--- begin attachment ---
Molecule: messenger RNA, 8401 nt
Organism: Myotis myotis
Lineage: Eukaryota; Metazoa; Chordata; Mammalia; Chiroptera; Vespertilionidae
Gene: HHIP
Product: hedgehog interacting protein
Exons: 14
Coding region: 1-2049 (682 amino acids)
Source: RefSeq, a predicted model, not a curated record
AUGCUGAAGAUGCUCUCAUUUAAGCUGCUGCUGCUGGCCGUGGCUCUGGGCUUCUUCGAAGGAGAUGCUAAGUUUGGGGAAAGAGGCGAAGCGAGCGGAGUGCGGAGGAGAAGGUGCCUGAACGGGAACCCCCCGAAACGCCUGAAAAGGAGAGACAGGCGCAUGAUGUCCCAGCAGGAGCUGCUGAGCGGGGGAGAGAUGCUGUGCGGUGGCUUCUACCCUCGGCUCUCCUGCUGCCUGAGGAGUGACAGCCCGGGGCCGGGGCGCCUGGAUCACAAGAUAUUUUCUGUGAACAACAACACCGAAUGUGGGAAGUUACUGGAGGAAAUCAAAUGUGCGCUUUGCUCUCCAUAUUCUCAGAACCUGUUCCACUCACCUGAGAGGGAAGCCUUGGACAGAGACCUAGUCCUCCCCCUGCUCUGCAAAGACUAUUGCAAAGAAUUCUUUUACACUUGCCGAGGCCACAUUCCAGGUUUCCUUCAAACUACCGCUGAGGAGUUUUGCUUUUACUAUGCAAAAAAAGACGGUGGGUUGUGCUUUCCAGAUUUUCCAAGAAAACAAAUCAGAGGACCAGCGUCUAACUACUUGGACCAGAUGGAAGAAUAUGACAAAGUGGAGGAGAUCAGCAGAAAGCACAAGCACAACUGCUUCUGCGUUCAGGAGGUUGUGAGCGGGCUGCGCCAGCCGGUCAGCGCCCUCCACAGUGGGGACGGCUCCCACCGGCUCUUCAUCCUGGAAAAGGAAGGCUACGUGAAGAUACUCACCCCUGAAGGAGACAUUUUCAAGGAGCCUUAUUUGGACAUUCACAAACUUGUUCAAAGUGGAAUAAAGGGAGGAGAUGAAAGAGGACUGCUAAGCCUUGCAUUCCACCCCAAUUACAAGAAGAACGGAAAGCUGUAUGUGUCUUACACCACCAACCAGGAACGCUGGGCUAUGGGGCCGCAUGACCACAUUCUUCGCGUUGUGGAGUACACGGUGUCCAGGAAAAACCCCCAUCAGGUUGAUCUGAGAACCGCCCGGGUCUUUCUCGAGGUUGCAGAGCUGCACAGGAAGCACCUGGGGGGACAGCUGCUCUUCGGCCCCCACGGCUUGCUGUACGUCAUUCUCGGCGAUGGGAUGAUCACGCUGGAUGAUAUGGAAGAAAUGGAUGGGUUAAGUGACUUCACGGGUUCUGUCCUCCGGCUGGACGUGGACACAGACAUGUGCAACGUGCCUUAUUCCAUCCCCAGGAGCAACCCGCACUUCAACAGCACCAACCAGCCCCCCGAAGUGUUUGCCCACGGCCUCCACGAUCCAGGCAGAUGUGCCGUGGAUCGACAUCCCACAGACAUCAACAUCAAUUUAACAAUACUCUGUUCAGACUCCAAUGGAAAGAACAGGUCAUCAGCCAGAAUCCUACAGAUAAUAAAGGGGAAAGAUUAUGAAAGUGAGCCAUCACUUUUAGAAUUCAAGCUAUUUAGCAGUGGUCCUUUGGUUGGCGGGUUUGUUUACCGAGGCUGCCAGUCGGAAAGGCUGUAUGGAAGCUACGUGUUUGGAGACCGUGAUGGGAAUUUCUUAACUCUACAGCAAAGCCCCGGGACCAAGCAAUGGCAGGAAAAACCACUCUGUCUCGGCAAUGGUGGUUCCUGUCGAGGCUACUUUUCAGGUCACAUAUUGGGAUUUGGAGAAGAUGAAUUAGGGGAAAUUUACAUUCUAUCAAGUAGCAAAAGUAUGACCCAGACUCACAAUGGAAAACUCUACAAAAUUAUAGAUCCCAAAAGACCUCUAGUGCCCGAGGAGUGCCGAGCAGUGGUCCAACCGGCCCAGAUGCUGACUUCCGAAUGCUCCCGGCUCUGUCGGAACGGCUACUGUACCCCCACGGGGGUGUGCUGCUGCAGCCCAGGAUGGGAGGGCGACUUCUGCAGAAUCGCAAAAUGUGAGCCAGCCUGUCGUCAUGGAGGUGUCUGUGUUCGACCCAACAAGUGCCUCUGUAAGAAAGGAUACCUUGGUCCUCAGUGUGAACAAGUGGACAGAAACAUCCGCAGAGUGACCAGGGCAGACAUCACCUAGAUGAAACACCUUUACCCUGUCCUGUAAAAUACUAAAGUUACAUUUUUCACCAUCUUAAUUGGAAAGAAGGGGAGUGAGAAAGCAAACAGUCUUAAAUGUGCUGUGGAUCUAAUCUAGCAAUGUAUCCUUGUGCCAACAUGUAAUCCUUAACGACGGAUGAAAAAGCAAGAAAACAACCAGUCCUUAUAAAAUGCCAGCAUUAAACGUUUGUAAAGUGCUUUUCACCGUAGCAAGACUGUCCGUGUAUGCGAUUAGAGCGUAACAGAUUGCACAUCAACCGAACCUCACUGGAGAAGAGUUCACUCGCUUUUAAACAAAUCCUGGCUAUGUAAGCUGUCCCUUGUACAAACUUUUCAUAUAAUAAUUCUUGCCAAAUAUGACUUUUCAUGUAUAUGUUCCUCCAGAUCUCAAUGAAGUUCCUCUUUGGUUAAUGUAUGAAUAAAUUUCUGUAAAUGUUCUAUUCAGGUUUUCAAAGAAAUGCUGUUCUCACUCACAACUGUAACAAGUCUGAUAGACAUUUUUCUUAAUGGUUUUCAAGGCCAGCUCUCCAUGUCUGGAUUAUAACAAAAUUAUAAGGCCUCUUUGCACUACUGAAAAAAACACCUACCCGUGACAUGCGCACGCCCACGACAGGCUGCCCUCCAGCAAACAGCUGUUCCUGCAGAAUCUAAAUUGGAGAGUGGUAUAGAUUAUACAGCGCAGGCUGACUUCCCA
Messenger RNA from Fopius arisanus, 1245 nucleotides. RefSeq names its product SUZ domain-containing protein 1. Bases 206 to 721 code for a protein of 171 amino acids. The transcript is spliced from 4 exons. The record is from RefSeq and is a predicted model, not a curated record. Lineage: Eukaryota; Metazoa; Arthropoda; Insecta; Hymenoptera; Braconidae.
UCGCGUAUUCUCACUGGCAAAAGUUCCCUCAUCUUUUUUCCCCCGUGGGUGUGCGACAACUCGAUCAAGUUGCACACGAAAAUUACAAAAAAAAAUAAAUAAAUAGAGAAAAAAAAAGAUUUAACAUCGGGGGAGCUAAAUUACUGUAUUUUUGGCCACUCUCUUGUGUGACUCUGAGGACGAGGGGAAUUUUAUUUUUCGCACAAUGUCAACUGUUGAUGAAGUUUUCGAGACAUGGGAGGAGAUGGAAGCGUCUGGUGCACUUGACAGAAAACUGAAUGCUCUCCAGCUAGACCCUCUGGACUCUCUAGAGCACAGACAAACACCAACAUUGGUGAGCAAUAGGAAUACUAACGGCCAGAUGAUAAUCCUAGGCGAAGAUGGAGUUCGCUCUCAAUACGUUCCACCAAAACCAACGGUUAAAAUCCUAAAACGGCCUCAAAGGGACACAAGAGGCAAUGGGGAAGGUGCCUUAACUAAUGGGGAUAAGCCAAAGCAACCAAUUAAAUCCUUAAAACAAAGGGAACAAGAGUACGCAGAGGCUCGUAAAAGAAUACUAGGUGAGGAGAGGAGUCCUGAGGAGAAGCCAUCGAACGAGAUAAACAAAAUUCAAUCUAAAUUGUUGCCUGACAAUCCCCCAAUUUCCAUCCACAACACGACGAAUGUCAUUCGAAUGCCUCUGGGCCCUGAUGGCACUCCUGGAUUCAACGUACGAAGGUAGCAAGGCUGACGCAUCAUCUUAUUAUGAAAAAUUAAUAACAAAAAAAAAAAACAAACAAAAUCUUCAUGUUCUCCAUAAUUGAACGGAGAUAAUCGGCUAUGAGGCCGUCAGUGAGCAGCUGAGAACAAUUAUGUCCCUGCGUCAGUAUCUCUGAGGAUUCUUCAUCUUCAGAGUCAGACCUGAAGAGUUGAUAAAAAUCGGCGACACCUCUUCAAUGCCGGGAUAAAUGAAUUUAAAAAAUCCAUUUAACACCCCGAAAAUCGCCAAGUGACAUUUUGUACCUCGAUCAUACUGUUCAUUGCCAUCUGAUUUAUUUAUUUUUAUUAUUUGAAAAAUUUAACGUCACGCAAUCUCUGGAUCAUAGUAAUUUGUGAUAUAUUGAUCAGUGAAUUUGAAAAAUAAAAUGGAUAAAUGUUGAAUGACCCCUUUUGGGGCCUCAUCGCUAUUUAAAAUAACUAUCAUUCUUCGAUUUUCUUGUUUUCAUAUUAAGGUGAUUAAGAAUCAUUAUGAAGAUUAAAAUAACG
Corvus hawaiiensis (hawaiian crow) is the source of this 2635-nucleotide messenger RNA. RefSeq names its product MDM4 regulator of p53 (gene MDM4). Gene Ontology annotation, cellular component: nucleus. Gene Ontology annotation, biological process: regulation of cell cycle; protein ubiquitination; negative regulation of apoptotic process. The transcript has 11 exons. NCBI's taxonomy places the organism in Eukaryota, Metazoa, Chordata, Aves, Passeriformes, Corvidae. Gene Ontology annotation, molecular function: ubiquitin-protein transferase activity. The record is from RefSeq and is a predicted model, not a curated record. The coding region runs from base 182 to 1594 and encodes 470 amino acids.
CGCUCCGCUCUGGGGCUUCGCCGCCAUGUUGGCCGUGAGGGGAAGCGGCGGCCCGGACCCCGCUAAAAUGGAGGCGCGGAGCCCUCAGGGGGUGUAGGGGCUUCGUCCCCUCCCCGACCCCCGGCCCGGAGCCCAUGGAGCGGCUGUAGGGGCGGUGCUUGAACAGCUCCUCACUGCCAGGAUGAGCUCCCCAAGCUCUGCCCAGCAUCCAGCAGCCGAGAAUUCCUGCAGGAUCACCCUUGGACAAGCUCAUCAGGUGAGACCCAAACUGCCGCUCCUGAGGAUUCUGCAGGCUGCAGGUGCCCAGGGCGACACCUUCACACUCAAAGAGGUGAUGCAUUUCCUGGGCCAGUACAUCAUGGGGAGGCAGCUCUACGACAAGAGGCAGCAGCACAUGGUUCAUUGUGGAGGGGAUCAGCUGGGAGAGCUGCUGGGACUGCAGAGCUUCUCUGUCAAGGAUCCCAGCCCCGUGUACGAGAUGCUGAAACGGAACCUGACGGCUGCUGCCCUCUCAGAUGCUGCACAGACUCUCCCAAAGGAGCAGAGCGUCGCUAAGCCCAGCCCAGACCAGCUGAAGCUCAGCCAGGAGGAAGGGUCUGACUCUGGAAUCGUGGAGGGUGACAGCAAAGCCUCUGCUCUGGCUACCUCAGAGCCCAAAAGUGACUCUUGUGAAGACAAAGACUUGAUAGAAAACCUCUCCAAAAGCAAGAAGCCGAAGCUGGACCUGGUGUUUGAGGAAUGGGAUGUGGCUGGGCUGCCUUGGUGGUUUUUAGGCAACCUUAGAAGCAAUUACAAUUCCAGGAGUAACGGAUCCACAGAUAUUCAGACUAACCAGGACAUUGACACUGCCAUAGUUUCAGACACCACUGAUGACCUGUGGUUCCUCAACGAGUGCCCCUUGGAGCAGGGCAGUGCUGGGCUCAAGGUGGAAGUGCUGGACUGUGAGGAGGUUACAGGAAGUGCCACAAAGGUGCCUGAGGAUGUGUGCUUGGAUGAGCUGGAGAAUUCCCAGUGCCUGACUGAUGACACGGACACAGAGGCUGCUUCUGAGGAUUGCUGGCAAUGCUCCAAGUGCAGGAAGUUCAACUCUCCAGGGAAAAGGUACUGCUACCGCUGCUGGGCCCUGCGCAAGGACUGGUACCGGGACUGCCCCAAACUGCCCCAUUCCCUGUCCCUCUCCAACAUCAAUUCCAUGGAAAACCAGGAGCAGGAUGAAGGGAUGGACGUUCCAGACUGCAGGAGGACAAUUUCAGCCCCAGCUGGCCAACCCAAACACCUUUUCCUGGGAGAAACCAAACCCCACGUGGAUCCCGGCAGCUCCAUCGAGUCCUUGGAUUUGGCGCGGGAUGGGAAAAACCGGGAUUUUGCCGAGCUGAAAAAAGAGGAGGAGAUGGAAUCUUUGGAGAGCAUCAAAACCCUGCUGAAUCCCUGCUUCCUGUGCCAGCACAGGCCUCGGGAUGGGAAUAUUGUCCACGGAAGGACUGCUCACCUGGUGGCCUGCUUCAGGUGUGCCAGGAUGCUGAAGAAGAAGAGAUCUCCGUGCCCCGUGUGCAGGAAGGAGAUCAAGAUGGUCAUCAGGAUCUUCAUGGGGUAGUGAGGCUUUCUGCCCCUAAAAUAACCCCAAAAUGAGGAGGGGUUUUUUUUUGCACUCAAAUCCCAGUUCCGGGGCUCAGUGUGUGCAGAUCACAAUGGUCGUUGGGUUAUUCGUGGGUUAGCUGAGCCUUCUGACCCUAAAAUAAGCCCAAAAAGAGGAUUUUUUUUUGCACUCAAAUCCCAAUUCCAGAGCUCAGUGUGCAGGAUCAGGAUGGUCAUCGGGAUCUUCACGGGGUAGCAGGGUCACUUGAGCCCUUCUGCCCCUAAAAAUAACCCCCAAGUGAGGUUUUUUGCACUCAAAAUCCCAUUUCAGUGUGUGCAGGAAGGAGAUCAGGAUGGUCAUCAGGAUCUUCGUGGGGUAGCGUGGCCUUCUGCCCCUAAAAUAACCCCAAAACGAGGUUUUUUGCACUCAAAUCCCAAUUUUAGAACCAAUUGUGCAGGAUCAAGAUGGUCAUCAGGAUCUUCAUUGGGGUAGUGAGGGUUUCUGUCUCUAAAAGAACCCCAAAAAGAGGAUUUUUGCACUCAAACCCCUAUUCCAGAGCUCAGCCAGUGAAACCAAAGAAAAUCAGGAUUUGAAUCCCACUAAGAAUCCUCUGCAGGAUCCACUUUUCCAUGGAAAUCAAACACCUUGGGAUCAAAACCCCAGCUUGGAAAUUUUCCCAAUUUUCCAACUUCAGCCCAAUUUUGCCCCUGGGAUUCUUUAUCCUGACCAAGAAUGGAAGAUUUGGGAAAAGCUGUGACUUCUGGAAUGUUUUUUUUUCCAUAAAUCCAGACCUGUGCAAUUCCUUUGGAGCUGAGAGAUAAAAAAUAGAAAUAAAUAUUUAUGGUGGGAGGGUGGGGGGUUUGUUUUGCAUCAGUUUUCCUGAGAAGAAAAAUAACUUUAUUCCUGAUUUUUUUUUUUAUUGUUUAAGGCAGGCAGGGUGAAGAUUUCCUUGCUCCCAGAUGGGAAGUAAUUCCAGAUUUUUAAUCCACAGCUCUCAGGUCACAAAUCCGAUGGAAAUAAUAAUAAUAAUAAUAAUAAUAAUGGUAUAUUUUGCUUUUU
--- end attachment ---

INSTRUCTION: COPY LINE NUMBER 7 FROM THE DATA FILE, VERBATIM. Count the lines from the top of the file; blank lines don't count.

Coding region: 1-2049 (682 amino acids)